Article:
Wake Forest was picked to finish fifth in the ACC’s Atlantic Division in a preseason poll taken at the league’s Football Kickoff media event in Charlotte, without a single first place vote.
But coach Dave Clawson knew something the media members casting ballots didn’t.
“I’ve coached for 33 years and I’ve been a head coach for 22 years, and I have a feeling when I have a good team,” he said.
“I just really felt after going through COVID last year, some of the leadership I saw emerge, some of the progress the younger players made, the way we executed during spring practice, how much the players were engaged in the summer, how much extra time they were up in the offices … I just really felt this year we had a chance to not just be good, but to be really good.”
Clawson’s feeling proved spot on.
Led by quarterback Sam Hartman and a record-setting offense that ranks third nationally at 42.9 points per game, the 17th-ranked Deacons rose to the top of the Atlantic standings and the national polls by reeling off eight straight wins to start the season.
They took control of the division by outlasting NC State on Senior Day. Then after failing to close things out at Clemson the following week, they took care of business on Saturday with an emphatic 41-10 win at Boston College.
The victory earned Wake (10-2, 7-1 ACC) its second Atlantic title and a date against Pittsburgh in this week’s ACC Championship Game. Kickoff at Bank of America Stadium is 8 p.m. with television coverage on ABC.
“We’re happy to be in the championship game,” Clawson said. “Our goal was to be in this game and then to win this game. We accomplished the first part of it. Now our goal this week is to accomplish the second half of that.”
To do that, the Deacons will have to beat a Pittsburgh team that’s almost as big a surprise as they are.
The 16th-ranked Panthers (10-2, 7-1) were picked to finish fourth in the Coastal Division, receiving only one of the 147 first-place votes that were cast.
It seemed that low expectation might be warranted after Pitt was beaten at home by Western Michigan on Sept. 18.
But with quarterback Kenny Pickett putting up Heisman Trophy-worthy passing numbers and receiver Jordan Addison earning recognition as a Biletnikoff Award finalist, coach Pat Narduzzi’s team has won nine of its last 10 — including an impressive 27-17 conquest of Clemson.
While the Panthers run a pro-style offense that relies heavily on Pickett’s strong arm and ability to move around in the pocket, the Deacons do the majority of their damage with deceptive run-pass options designed to keep opposing defenses guessing.
Their styles are vastly different, their results are not. Because Pitt ranks second in the ACC and fourth nationally in scoring offense at an almost identical 42.8 points per game, Saturday’s championship matchup promises to be a high-scoring affair.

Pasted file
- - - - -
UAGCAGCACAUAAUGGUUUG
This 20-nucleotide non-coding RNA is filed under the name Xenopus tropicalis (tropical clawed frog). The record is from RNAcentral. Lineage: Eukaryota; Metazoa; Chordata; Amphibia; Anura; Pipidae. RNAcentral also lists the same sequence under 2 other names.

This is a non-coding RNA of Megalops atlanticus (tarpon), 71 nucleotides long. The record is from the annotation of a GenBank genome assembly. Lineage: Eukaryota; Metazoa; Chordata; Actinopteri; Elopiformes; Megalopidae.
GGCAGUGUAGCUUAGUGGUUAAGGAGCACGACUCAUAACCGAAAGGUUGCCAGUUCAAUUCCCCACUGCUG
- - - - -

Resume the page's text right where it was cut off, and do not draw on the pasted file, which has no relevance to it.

“A lot of points are going to be scored in games nowadays with all the RPOs when you’re facing a great quarterback like Hartman with all the amazing talent he has around him at the wide receiver position,” Narduzzi said. “We’re going to practice on defense, we’re going to practice on offense, we’re going to practice on special teams to try and eliminate the scoring and try to score at least one more point than Wake Forest does.”
Clawson is taking a similar outlook, saying he’s “kind of hoping we can get a few stops” while acknowledging “it will be hard.”
The winner of Saturday’s game will earn the ACC’s automatic bid to the New Year’s Six, which this year means a trip to Atlanta for the Peach Bowl.
After Wake’s five straight postseason appearances, though, the bowl destination is secondary to the bigger prize that’s available to the Deacons — whose only other conference titles came in 1970 and 2006.
“When we went into the season, I said this to the staff: We’ve been really good. We’ve been consistent. We’ve been to five consecutive bowls. But we didn’t ever have that one breakout season,” Clawson said. “I don’t want to put pressure on us. But I really believe that if we’re going to have that breakout year, this year’s our best opportunity.”
While the progression from good to great takes talent, experience and a solid game plan — all elements Wake possesses — it also takes a few lucky bounces. And Clawson is the first to admit that Wake has had its share of those this season, a trend he hopes will continue Saturday.
“To have a year like this you have to be good,” he said. “You also have to be a little fortunate.”